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Sir Nigel Hawthorne


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Nigel Hawthorne


A Debt to the King:
An Interview with Sir Nigel Hawthorne

June 3, 1999
by Dan Lybarger
Originally appeared in the June 3-9, 1999 issue of Pitch Weekly . ........................................................................................................
While there has been a lot of rumbling about the current "youthquake" in the film industry, one British character actor is constantly in demand after reaching the age of 70. Sir Nigel Hawthorne has been working steadily and in some of the most acclaimed U.K. and American productions. He has given memorable performances in Amistad , The Object of My Affection , Madeline and in his latest The Winslow Boy .

Speaking from his home in England, Hawthorne recalls how his work regimen affected the last Cannes Film Festival. "I had, quite surprisingly, four movies on show. It was just sort of a coincidence they converged on that particular week. They were all looking for distributors. It was like a circus. Everybody had a camera in their hand. There's something idiotic and at the same time rather exciting about Cannes. At least you know that everybody is there in the name of movies," he says.

One film the actor takes special pride in promoting is American writer-director David Mamet's ( The Spanish Prisoner ) new adaptation of Sir Terence Rattigan's ( The Browning Version ) play The Winslow Boy . In the film, Hawthorne plays a turn-of-the-century English banker who makes great sacrifices to prove that his son (Guy Edwards) is innocent of theft. Mamet has gained a reputation for his profanity-drenched plays and movies. However, Hawthorne states that there is more to Mamet than dirty words.

"He has an incisive mind, and he's not one to suffer fools at all," Hawthorne says. "He's an intellectual, and he does his homework. He's a very, if you like, obsessive man to work with. He knows exactly how he wants his film to be made, and he doesn't brook opposition to that.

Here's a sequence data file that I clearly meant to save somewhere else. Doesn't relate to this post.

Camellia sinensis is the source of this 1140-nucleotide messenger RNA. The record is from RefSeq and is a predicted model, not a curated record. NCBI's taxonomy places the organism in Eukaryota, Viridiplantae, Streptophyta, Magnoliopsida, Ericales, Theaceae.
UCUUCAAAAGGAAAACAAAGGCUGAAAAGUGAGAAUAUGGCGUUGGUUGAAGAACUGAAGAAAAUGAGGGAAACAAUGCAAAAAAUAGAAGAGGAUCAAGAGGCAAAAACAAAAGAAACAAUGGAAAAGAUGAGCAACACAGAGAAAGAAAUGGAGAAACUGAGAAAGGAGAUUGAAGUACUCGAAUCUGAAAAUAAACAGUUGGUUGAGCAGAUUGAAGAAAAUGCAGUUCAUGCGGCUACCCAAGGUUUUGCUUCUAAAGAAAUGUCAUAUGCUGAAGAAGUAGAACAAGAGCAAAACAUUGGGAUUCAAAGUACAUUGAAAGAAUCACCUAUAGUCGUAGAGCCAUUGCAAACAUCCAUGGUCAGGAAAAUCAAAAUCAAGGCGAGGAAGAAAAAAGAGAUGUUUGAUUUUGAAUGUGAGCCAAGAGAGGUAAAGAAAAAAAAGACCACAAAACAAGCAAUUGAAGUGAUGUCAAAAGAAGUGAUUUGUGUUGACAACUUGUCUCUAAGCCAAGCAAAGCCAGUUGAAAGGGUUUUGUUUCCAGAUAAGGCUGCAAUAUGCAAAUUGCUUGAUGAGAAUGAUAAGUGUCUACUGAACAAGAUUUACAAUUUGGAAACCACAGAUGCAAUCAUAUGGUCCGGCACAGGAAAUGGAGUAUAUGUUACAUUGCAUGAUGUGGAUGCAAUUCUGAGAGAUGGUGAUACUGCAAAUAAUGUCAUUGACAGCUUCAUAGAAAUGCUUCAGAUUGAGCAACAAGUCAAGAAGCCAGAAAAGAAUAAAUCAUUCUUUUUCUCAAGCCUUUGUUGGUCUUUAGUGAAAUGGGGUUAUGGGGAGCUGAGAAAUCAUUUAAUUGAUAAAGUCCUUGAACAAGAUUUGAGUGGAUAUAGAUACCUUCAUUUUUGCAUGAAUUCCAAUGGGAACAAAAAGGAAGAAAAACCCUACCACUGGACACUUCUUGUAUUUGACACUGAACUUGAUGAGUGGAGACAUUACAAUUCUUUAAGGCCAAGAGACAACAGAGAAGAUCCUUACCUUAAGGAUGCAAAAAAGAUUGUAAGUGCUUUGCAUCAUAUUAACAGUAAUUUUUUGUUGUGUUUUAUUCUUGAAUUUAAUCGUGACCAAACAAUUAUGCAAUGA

"It doesn't mean the atmosphere on the set is in any way unpleasant. In fact, it's the reverse. Everyone has a really good time and likes (Mamet). He doesn't raise his voice. He knows exactly what he wants and goes for it."

While Mamet's spare approach is distinctive, Hawthorne, who has played the role before, says the line between Rattigan's and Mamet's vision is thin. He states, "David is really loyal to the Rattigan text. The only thing I would really quibble with slightly is when it says, 'Screenplay by David Mamet.' The screenplay is a sort of homage to Terence Rattigan. To tell Terence Rattigan from David Mamet is very difficult even to a trained ear. He also brought a very strong sense of family and a sense of obsession to it. (In the film) my character is more remote, autocratic and stern. He also brought a sexiness to the relationship between Sir Robert (Jeremy Northam) and Catherine (Rebecca Pidgeon) that is not explored in the original."

He adds, "What I find interesting about the text is that the boy is interviewed by the father, and he says to the boy, 'Did you steal this money?' The boy says, 'No.' That simple trust in a child's word is enough to hang everything on. It's something that really couldn't happen today."

Hawthorne has also completed work on a movie whose chief architect is no longer around to see it . The Big Brass Ring is an adaptation of one of Orson Welles' last scripts.